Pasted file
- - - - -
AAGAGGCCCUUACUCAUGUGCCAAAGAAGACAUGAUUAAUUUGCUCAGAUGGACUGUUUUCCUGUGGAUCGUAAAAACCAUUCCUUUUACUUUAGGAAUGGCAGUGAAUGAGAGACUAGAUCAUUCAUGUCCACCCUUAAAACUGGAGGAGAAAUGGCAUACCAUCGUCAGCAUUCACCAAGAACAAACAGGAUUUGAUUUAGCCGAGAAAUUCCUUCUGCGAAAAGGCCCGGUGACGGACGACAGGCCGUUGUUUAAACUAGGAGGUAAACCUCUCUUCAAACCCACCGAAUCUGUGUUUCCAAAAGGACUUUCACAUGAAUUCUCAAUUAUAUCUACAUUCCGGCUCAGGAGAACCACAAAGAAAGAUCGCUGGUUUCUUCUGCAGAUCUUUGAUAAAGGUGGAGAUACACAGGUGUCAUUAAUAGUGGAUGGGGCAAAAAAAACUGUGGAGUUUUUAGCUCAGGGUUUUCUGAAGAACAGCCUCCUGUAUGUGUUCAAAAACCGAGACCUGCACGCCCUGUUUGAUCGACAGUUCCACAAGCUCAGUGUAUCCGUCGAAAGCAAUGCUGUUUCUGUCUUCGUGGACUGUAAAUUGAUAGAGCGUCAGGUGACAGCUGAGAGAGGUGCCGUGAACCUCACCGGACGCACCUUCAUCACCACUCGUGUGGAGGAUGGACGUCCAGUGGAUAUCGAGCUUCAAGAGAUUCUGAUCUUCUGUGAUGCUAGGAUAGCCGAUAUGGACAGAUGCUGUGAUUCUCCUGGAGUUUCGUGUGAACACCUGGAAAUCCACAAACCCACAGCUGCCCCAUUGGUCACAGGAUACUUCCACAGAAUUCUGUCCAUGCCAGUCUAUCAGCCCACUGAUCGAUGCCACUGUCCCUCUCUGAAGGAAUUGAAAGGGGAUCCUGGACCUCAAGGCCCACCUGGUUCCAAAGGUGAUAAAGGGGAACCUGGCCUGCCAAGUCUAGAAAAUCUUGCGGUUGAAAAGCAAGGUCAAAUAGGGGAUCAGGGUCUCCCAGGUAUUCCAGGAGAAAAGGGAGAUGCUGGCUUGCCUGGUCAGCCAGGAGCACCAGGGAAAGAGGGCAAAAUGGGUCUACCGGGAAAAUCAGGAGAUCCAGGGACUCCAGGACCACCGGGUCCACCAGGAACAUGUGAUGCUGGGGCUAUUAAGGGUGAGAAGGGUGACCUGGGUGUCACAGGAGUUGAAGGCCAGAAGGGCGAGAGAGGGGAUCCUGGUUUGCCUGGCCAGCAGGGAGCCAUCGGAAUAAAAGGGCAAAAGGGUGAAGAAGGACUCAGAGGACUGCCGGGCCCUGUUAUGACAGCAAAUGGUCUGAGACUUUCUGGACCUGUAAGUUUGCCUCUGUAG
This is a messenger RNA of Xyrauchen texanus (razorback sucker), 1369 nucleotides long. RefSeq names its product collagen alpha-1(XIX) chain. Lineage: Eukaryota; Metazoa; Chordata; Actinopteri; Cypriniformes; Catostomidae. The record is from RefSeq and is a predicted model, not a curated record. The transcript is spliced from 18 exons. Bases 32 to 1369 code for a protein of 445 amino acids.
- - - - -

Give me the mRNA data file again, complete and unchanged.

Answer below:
AAGAGGCCCUUACUCAUGUGCCAAAGAAGACAUGAUUAAUUUGCUCAGAUGGACUGUUUUCCUGUGGAUCGUAAAAACCAUUCCUUUUACUUUAGGAAUGGCAGUGAAUGAGAGACUAGAUCAUUCAUGUCCACCCUUAAAACUGGAGGAGAAAUGGCAUACCAUCGUCAGCAUUCACCAAGAACAAACAGGAUUUGAUUUAGCCGAGAAAUUCCUUCUGCGAAAAGGCCCGGUGACGGACGACAGGCCGUUGUUUAAACUAGGAGGUAAACCUCUCUUCAAACCCACCGAAUCUGUGUUUCCAAAAGGACUUUCACAUGAAUUCUCAAUUAUAUCUACAUUCCGGCUCAGGAGAACCACAAAGAAAGAUCGCUGGUUUCUUCUGCAGAUCUUUGAUAAAGGUGGAGAUACACAGGUGUCAUUAAUAGUGGAUGGGGCAAAAAAAACUGUGGAGUUUUUAGCUCAGGGUUUUCUGAAGAACAGCCUCCUGUAUGUGUUCAAAAACCGAGACCUGCACGCCCUGUUUGAUCGACAGUUCCACAAGCUCAGUGUAUCCGUCGAAAGCAAUGCUGUUUCUGUCUUCGUGGACUGUAAAUUGAUAGAGCGUCAGGUGACAGCUGAGAGAGGUGCCGUGAACCUCACCGGACGCACCUUCAUCACCACUCGUGUGGAGGAUGGACGUCCAGUGGAUAUCGAGCUUCAAGAGAUUCUGAUCUUCUGUGAUGCUAGGAUAGCCGAUAUGGACAGAUGCUGUGAUUCUCCUGGAGUUUCGUGUGAACACCUGGAAAUCCACAAACCCACAGCUGCCCCAUUGGUCACAGGAUACUUCCACAGAAUUCUGUCCAUGCCAGUCUAUCAGCCCACUGAUCGAUGCCACUGUCCCUCUCUGAAGGAAUUGAAAGGGGAUCCUGGACCUCAAGGCCCACCUGGUUCCAAAGGUGAUAAAGGGGAACCUGGCCUGCCAAGUCUAGAAAAUCUUGCGGUUGAAAAGCAAGGUCAAAUAGGGGAUCAGGGUCUCCCAGGUAUUCCAGGAGAAAAGGGAGAUGCUGGCUUGCCUGGUCAGCCAGGAGCACCAGGGAAAGAGGGCAAAAUGGGUCUACCGGGAAAAUCAGGAGAUCCAGGGACUCCAGGACCACCGGGUCCACCAGGAACAUGUGAUGCUGGGGCUAUUAAGGGUGAGAAGGGUGACCUGGGUGUCACAGGAGUUGAAGGCCAGAAGGGCGAGAGAGGGGAUCCUGGUUUGCCUGGCCAGCAGGGAGCCAUCGGAAUAAAAGGGCAAAAGGGUGAAGAAGGACUCAGAGGACUGCCGGGCCCUGUUAUGACAGCAAAUGGUCUGAGACUUUCUGGACCUGUAAGUUUGCCUCUGUAG
This is a messenger RNA of Xyrauchen texanus (razorback sucker), 1369 nucleotides long. RefSeq names its product collagen alpha-1(XIX) chain. Lineage: Eukaryota; Metazoa; Chordata; Actinopteri; Cypriniformes; Catostomidae. The record is from RefSeq and is a predicted model, not a curated record. The transcript is spliced from 18 exons. Bases 32 to 1369 code for a protein of 445 amino acids.